Khartoum — The governor of Sudan's Central Bank (CBoS) Mohamed Kheir Al-Zubair announced today that his institution will provide $80 million in hard currency to pharmaceutical companies amid big increases in drug prices.
Salah Kambal, the chairman of Sudan's Drug Importers Chamber hailed CBoS's move saying it will help stabilize prices but warned that it will only be felt if local pharmaceutical companies that went out of business can restart production.
He pointed out that these companies, which were forced to shut down over lack of hard currency, will help cover the shortfall in the supply of certain drugs thus eliminating the need to import them.
Some observers however argued that the big jump in drug prices exceeded the increase in the exchange rate of the dollar against the U.S. dollar.
On Tuesday the governor of Khartoum Abdel-Rahman Al-Khidir convened a meeting with parties of interest in the issue of drug prices where he acknowledged the extent of the problem and vowed to do everything in his power to reverse the trend in collaboration with the federal government and CBoS.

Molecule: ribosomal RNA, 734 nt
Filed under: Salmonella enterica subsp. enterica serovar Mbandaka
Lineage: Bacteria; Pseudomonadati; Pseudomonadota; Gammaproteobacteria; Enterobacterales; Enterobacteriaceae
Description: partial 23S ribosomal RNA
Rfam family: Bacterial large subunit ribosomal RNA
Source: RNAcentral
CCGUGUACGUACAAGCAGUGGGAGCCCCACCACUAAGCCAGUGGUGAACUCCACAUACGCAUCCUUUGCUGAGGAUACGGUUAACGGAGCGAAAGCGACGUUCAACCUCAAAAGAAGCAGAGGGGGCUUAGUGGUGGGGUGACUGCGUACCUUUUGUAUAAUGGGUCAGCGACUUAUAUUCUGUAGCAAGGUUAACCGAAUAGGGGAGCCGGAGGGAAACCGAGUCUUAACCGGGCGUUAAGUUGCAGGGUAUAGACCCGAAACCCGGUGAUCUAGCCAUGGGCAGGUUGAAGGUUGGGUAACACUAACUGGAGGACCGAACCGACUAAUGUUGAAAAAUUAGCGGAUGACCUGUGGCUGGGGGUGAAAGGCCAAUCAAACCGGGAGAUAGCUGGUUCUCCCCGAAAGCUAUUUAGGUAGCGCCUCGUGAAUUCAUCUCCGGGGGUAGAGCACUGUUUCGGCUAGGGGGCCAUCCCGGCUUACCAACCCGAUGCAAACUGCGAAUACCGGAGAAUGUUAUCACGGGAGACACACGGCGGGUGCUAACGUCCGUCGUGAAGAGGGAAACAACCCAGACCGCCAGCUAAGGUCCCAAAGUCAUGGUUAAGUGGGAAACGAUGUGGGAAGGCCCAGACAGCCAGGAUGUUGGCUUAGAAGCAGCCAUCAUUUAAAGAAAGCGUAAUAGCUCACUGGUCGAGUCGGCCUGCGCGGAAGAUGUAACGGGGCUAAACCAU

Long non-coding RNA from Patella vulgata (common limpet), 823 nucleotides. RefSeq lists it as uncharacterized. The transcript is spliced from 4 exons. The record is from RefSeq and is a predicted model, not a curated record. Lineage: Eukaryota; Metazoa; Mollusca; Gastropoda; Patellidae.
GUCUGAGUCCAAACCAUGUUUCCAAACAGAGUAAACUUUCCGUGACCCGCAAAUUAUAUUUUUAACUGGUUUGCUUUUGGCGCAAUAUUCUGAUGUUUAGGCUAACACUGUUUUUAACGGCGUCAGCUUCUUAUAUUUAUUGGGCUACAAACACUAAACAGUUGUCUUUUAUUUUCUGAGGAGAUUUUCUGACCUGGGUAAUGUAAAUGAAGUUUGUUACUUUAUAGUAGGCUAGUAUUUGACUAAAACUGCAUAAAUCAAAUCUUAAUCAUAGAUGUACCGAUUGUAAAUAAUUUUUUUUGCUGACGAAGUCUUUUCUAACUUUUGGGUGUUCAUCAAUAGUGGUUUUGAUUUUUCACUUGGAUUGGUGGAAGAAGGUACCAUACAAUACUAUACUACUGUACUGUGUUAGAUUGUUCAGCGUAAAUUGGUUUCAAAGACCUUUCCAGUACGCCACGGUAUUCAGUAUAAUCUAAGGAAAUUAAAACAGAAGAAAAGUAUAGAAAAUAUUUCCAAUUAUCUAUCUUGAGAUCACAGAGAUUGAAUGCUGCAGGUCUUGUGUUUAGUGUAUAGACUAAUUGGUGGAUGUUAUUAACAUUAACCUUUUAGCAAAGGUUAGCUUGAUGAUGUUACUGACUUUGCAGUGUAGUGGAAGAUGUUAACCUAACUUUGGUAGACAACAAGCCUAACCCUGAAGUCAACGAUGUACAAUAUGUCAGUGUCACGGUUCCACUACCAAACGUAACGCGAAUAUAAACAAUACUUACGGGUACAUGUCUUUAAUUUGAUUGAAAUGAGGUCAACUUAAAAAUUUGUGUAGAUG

He stressed that medicine should be treated as a priority similar to petroleum and wheat suggesting that authorities could resort to imposing a price ceiling to prevent increases in drug prices.
Sudan is battling its biggest economic crisis for decades as it struggles with a severe shortage of hard currency following the loss of three quarters of its oil production due to South Sudan's independence in 2011.
Oil revenues were the main source of revenue for Sudan's budget and for foreign currency needed to pay for vital imports including food and medicine.
The Sudanese pound has more than halved in value since the country was partitioned.